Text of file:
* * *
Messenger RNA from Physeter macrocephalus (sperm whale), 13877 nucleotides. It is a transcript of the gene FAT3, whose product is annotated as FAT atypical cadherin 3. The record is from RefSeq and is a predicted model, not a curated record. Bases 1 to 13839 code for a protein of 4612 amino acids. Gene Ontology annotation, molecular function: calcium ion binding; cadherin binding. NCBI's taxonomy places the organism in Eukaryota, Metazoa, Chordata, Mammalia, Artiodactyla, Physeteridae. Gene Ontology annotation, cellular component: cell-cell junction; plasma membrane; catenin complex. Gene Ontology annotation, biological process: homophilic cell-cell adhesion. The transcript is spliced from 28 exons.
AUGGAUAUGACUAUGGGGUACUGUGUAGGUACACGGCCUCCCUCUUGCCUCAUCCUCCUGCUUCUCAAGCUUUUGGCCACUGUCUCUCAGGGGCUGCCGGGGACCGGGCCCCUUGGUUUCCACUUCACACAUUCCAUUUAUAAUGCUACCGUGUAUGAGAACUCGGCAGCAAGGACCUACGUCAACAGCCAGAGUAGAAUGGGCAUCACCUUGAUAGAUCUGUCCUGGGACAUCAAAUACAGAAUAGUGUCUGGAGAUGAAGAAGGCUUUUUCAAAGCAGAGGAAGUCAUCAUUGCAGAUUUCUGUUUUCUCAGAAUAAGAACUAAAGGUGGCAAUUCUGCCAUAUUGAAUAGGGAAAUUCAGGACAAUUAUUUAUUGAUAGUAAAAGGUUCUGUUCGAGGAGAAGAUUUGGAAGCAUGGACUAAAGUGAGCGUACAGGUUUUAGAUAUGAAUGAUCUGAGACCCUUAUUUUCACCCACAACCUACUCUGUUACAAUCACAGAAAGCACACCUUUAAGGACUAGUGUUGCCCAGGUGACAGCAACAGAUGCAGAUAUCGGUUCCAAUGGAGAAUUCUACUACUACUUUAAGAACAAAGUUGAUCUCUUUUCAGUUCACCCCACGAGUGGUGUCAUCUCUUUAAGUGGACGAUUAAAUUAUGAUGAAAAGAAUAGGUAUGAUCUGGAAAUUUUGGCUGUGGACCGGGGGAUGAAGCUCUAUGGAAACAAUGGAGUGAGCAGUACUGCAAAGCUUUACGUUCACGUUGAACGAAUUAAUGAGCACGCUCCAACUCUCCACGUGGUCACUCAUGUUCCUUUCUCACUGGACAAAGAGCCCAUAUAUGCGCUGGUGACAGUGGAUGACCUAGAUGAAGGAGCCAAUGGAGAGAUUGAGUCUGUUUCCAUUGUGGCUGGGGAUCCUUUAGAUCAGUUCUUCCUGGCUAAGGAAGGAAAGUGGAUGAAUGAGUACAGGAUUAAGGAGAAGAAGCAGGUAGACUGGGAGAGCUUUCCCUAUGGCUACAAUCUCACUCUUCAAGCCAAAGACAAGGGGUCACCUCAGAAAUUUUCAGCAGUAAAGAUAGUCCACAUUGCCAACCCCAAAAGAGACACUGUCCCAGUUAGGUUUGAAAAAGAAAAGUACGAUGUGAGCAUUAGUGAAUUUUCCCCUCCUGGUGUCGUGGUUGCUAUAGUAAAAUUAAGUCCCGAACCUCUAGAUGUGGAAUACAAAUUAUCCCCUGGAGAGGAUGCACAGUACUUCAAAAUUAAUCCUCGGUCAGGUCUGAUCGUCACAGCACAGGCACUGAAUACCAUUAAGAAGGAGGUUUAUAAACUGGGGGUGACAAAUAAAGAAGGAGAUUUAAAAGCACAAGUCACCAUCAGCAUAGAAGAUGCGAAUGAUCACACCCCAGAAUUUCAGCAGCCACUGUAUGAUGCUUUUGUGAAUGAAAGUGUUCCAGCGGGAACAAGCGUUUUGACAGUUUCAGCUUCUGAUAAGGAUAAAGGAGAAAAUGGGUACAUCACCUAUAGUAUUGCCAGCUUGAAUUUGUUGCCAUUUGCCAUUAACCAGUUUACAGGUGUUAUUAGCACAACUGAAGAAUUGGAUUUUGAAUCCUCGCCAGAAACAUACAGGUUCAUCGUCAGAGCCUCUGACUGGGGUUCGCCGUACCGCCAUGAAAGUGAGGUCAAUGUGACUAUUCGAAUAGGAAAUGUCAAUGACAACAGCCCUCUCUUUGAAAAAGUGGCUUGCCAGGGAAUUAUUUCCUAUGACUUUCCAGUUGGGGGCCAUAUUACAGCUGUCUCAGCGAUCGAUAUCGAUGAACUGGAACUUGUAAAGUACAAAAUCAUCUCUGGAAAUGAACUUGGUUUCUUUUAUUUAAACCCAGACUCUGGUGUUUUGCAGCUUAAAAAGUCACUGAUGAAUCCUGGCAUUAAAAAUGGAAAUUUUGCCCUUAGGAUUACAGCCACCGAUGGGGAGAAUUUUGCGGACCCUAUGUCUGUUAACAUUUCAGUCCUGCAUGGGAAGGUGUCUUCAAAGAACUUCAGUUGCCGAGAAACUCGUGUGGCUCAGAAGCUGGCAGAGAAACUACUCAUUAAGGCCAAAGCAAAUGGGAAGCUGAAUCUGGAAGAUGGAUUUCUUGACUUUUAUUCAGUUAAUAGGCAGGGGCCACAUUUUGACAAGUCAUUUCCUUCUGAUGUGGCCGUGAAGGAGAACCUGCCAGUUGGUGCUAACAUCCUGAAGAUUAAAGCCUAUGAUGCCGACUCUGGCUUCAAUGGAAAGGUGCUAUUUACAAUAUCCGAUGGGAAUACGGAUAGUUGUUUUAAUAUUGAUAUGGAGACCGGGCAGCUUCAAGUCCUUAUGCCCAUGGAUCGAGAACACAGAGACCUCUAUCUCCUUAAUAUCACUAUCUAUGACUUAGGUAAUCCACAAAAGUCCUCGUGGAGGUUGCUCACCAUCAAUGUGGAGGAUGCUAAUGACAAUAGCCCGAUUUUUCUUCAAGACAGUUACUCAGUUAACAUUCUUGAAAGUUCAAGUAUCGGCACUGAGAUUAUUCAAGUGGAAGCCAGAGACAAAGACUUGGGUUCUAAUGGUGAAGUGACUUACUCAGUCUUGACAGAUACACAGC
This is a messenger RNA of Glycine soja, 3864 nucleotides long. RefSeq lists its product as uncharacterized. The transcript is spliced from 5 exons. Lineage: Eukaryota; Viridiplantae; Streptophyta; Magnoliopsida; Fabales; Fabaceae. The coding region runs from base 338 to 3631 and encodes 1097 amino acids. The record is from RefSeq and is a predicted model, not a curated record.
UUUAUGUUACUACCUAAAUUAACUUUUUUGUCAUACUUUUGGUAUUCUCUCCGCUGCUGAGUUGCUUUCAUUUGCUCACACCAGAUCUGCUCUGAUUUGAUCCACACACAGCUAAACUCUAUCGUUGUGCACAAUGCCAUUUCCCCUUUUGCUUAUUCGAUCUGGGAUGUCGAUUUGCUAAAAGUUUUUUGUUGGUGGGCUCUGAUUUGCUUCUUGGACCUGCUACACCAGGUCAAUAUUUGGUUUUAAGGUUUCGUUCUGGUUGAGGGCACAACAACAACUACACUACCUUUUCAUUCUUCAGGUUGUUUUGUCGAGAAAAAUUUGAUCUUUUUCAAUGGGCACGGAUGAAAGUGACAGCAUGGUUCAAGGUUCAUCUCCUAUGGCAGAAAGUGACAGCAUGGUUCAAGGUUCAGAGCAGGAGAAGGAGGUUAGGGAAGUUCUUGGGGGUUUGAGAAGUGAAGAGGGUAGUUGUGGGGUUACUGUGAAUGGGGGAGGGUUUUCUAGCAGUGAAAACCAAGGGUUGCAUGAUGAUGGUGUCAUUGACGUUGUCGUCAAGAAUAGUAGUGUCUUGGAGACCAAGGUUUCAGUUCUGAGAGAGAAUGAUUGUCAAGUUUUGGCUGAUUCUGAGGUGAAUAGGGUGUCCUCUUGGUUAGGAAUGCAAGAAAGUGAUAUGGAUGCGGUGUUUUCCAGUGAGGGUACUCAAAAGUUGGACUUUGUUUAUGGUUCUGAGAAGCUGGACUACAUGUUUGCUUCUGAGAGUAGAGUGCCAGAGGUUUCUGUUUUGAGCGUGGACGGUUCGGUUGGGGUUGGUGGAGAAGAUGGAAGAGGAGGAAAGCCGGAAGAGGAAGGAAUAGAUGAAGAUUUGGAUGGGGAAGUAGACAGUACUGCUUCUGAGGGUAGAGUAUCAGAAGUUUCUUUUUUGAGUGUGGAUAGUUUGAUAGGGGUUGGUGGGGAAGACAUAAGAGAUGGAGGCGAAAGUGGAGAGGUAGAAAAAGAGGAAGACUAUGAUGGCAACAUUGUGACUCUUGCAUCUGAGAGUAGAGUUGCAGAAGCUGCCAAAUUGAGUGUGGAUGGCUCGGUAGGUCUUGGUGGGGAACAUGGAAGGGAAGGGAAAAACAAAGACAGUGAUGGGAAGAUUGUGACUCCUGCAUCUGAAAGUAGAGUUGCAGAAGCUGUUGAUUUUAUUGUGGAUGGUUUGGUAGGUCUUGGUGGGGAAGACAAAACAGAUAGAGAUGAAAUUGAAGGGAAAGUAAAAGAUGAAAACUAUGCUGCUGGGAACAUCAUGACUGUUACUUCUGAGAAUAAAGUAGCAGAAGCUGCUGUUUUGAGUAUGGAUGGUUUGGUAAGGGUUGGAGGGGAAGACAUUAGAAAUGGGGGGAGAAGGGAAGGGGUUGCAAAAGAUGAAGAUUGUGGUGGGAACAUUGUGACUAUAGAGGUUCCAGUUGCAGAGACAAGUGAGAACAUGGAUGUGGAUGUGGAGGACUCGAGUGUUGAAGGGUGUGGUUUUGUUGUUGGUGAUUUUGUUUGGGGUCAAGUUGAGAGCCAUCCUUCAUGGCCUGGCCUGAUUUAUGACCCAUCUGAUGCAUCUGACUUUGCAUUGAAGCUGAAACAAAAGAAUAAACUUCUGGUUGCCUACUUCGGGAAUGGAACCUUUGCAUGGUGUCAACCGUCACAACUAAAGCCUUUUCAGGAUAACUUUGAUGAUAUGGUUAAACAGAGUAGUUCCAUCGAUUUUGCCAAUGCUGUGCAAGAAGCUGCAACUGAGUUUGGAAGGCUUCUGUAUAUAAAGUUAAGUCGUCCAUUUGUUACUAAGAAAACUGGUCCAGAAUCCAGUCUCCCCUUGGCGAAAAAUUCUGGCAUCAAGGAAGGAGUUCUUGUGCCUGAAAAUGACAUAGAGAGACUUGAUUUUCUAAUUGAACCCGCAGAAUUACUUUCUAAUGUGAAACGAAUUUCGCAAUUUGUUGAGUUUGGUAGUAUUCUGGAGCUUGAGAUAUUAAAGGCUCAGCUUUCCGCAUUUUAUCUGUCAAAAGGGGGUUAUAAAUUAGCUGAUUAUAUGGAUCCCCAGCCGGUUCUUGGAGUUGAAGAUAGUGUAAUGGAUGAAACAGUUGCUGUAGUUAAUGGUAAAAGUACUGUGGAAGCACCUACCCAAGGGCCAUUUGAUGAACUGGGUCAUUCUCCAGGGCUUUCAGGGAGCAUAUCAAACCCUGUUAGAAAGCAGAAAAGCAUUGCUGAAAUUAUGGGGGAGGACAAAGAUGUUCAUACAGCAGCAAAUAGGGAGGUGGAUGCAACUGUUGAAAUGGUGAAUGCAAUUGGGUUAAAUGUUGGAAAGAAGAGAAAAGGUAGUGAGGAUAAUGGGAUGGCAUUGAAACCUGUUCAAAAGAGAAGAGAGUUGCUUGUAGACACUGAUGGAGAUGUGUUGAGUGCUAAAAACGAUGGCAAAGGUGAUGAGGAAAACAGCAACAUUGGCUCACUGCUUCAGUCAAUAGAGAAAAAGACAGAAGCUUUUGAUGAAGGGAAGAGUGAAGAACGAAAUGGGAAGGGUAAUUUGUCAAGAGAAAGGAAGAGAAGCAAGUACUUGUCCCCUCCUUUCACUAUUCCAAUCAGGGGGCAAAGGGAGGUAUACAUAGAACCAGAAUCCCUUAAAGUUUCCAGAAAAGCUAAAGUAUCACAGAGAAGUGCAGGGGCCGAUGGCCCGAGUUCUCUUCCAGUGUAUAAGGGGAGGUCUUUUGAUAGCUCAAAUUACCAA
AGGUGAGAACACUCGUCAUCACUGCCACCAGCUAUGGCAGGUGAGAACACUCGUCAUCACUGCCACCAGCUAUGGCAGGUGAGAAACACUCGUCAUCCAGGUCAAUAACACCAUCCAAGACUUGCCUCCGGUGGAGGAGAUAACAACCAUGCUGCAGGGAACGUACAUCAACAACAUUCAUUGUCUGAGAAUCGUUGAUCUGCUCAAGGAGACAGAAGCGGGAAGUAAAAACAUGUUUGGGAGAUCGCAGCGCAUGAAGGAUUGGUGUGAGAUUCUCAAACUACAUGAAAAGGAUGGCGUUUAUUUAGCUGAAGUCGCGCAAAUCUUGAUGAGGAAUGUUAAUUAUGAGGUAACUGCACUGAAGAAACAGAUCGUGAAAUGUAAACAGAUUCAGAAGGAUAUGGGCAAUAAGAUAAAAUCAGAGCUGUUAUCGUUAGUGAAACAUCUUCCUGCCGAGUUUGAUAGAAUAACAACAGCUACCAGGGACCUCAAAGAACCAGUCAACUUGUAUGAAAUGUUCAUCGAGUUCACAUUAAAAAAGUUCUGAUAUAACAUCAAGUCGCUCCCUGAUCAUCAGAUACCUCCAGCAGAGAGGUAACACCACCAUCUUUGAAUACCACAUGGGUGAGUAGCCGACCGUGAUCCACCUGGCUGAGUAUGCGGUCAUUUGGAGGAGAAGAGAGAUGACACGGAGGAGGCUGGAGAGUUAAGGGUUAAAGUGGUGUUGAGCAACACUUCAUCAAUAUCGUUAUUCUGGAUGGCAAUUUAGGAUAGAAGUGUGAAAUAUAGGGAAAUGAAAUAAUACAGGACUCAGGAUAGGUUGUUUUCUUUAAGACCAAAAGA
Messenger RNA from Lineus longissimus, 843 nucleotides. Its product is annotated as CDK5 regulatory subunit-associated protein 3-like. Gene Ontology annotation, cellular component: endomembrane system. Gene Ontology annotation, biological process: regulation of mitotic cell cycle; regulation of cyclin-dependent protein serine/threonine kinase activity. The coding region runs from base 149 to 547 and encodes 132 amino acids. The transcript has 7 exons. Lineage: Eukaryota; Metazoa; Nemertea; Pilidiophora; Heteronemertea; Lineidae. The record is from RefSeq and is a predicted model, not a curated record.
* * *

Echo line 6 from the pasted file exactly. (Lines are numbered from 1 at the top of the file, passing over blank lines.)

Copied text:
Messenger RNA from Lineus longissimus, 843 nucleotides. Its product is annotated as CDK5 regulatory subunit-associated protein 3-like. Gene Ontology annotation, cellular component: endomembrane system. Gene Ontology annotation, biological process: regulation of mitotic cell cycle; regulation of cyclin-dependent protein serine/threonine kinase activity. The coding region runs from base 149 to 547 and encodes 132 amino acids. The transcript has 7 exons. Lineage: Eukaryota; Metazoa; Nemertea; Pilidiophora; Heteronemertea; Lineidae. The record is from RefSeq and is a predicted model, not a curated record.